In her July 15 column, "'Tasteless cover,' fascinating story," Chicago Sun-Times Washington bureau chief Lynn Sweet lamented that the fuss over the New Yorker's satirical Obama cover art sucks all the oxygen out of the political newsroom. As such, it leaves almost incombustible the otherwise potentially explosive reporting by reporter Ryan Lizza, who penned the New Yorker cover feature (emphasis mine):
WASHINGTON -- The shame of the controversy over the cover of the latest edition of the New Yorker -- portraying Barack and Michelle Obama in the Oval Office, her wielding an AK-47, him in a turban and robe outfit suggesting he is a Muslim -- is that it draws attention away from a very good story inside by Ryan Lizza about Obama's Chicago political roots.
The cover hides an in-depth story about Obama's political roots, taking us to Hyde Park, the Gold Coast and Springfield. Lizza brings us inside Obama's Chicago political world and the political culture that spawned the presumptive Democratic nominee.
The July 11 Second Amendment Freedom Rally in downtown Chicago was ignored by both of Chicago's major newspapers (Tribune search on "gun rally," not in quotes, is here [HT Say Uncle]; Sun-Times search on "gun" is here).
Focusing on the Tribune: Its editorial board last month advocated repealing the Second Amendment in the wake of the Supreme Court's Heller ruling, holding that the amendment confers an individual right. Perhaps not coincidentally, it has frequently covered anti-gun events with a similar number, or even fewer, participants, than were at Thursday's event.
At least one Chicago TV station did cover the Second Amendment Freedom Rally. Here is part of the report filed by Leah Hope at ABC affiliate WLS (video is also at the link; bold is mine):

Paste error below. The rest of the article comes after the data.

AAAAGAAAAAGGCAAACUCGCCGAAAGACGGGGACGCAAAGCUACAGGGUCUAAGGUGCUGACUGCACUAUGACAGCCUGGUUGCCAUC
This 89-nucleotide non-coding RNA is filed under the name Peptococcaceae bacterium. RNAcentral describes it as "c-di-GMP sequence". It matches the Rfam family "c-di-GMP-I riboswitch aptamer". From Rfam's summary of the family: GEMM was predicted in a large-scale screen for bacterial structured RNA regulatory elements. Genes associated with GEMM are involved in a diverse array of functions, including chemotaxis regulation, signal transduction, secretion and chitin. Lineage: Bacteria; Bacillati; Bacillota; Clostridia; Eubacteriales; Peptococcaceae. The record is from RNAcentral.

Did you know that violent white men are never arrested for their actions? The Chicago Sun-Times' Mary Mitchell is sure of it, if you aren't. In another of her typically race baiting articles, Mitchell this time says that any time a white man is engaged in violent behavior, he is let off "to go on his merry way," never to be "held accountable" for his actions. Race monger Mitchell is sure of this, see, because she saw a traffic scuffle between two "old white guys" where no arrests were made by Chicago police.
Two "old white guys" let go without arrest after a traffic altercation? Wow, case closed, racism exists, eh?
Boeing pretends to be a good corporate citizen supporting Chicago arts groups and community organizations with grants. The company is listed prominently in playbills and annual reports.
But Boeing also abets torture. It is, after all, a defense contractor as well as a provider of civilian passenger jets. It is locked at the hip and the bottom line with the U.S. government.
Despite our pride in Boeing as a global corporation, it is as amoral as the German corporations that aided Hitler. Only money and contracts count with Boeing.
And what has Boeing done to warrant such withering criticism? Why, a Boeing subsidiary "since 2001 has provided flight and logistical support for at least 15 aircraft making 70 clandestine flights for the CIA. Jeppesen allows the CIA to transport prisoners such as ACLU plaintiffs Binyam Mohamed, Abou Elkassim Britel, and Ahmed Agiza to secret locations where they were tortured as part of our government's 'war on terror.'"
With more fallout from the Supreme Court's latest 2nd Amendment ruling, the Chicago Sun-Times has published an op ed wagging a finger at the Supremes saying that the Heller decision will be a "tax on Chicago citizens," and that it is a tax to be "paid in blood and money." The Times scolds the Court with all sorts of dire warnings and worries that blood will flow in the city but, as with D.C., the violence in Chicago with its extreme gun ban often causes the city to top the lists of the most violent cities in America. So, why the Sun-Times imagines the current 25-year-old gun ban is worth keeping is anyone's guess.
The Sun-Times, though, is filled with woe at the Heller decision and offers the downright stupid solution of more gun banning despite the singular fact that their "solution" has miserably failed in every city it has been tried -- including the very one they claim to care about. Not to mention that the Times seems to have no clue about the Constitution nor any respect for the citizenry of that same city.